Several states have announced they will continue collecting data on racial and ethnic disparities in the juvenile justice system, five months after Office of Juvenile Justice and Delinquency Prevention Administrator Caren Harp announced the agency is rolling back these reporting requirements. The announcements came in the chat box of an OJJDP webinar focused on federal data on girls in the juvenile justice system.
A session at the National Council of Juvenile and Family Court Judges’ annual conference, held here this week, was billed as a chance for attendees to ask questions of Caren Harp, the new head of the Office of Juvenile Justice and Delinquency Prevention (OJJDP).
In May 2017, here at the JJIE.org, Caren Harp, President Donald Trump’s nominee to be the next administrator of the Office of Juvenile Justice and Delinquency Prevention in the Department of Justice, wrote in great detail her thoughts about juvenile justice.
In her opinion column she writes about “misplaced reliance on nascent neuroscience and neuroimaging evidence.” It “invites pushback from those who favor a retributive system, and it may create some unintended and unwanted consequences for youth and young adults.”
We live in a world of best practices. Some call themselves evidence-based best practices (EBP), some are simply promising practices based on evidence from somewhere, and a few are practices grounded in evidence-based research (EBR).
Youth placed in juvenile justice institutions face a fundamental obstacle in their career pathway: They have been removed from their communities and lack access to the full array of educational and job…
WASHINGTON, D.C. – Twenty-year-old Edward Ward, a sophomore on the honor roll at DePaul University, tried to describe to U.S. Sens. Dick Durbin (D-Ill.) and Al Franken (D-Minn.), the only senators left in the room by the time he spoke on Capitol Hill Wednesday, what it was like to grow up in his neighborhood on the west side of Chicago. “When I was 18, I witnessed a complete stranger’s killing mere feet from me in a neighborhood restaurant,” Ward said before the Senate subcommittee. “I was stopped by the police a few years ago. I saw them train their guns on me until I could show them the item in my hand was only a cell phone.”
Things didn’t get much better at high school, Ward said.
Last week, the Office of Juvenile Justice and Delinquency Prevention (OJJDP) released an updated fact sheet addressing disproportionate minority contact (DMC) in the nation’s juvenile justice system. The OJJDP requires states participating in its Part B Formula Grants program to collect information about the effectiveness of programs and initiatives intended to address the overrepresentation of minority young people in state juvenile justice systems. Using a five-phase DMC reduction model, the OJJDP advises states to calculate disproportionality, assess “mechanisms” contributing to DMC and develop intervention, evaluation and monitoring programs to deter delinquency and initiate systematic improvements. According to 2011 data, 41 states now have DMC subcommittees under State Advisory Groups, while 37 have either part-time or state-level personnel designated as DMC coordinators. Twenty-nine states have collected DMC data at nine contact points within their juvenile justice systems, while an additional 13 have collected DMC data from at least six contact points. Thirty-four states, the updated data indicates, have invested in “targeted local DMC reduction sites.”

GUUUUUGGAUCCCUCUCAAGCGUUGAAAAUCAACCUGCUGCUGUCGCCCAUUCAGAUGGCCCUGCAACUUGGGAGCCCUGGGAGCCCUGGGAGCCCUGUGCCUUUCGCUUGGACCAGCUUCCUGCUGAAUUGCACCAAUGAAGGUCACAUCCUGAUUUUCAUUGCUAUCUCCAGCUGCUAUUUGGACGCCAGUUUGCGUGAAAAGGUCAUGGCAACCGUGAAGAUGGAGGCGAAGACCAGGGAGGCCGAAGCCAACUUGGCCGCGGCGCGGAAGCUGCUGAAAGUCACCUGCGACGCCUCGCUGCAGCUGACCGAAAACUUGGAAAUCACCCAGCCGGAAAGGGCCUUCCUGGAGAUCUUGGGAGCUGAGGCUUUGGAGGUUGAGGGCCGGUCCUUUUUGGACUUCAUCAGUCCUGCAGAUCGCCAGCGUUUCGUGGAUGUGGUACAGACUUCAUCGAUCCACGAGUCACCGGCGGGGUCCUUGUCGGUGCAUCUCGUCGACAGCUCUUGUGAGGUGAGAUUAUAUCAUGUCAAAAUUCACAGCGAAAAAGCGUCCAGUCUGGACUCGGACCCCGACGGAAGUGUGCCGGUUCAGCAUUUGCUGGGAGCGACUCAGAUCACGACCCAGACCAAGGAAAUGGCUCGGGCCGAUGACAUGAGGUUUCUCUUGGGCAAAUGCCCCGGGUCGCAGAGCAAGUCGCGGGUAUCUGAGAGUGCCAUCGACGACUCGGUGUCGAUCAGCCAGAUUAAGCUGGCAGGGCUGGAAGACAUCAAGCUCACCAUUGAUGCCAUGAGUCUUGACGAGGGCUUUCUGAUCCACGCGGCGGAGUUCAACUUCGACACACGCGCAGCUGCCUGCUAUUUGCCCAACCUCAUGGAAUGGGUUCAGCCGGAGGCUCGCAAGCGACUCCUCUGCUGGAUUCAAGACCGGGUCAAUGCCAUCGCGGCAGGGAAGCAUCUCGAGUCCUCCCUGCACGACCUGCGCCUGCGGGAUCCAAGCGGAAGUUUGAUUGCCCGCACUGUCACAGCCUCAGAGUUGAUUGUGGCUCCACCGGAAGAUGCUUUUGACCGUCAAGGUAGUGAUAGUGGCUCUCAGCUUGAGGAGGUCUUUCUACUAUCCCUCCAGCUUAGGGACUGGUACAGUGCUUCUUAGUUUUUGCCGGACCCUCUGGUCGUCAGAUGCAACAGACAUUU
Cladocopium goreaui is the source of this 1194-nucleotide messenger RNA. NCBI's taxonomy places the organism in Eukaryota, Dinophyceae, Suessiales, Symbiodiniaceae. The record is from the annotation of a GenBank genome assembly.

Regarding intervention practices, 34 states have implemented systems improvement and delinquency prevention strategies, while 30 have either funded or received funding and/or technical assistance to implement DMC reduction programs patterned after nationally recognized models.
WASHINGTON, D.C. – The nonprofit MacArthur Foundation has spent more than $100 million since 2004 on developing blueprints for reform within the juvenile justice systems of 16 states. Earlier this week, its reform initiative, Models for Change, brought together nearly 400 judges, advocates, probation officers and other juvenile justice professionals for two days of workshops in Washington, D.C.
It was the seventh such yearly gathering for Models for Change partners, and it came at a time when the foundation is beginning to wind down funding for new research into juvenile justice reforms and enter a new phase focused on defining, sustaining and disseminating to the rest of the country the reform models its state partners and networks have already developed. As the foundation moves toward solidifying the legacy of its blueprint initiative, its conference this year emphasized the power of storytelling and collaboration as a way to convey the impact of justice reforms to other states and to the public. The storytelling theme ran through several events over the two-day event. Public relations professionals held a plenary session to discuss how juvenile justice organizations could craft an effective public message.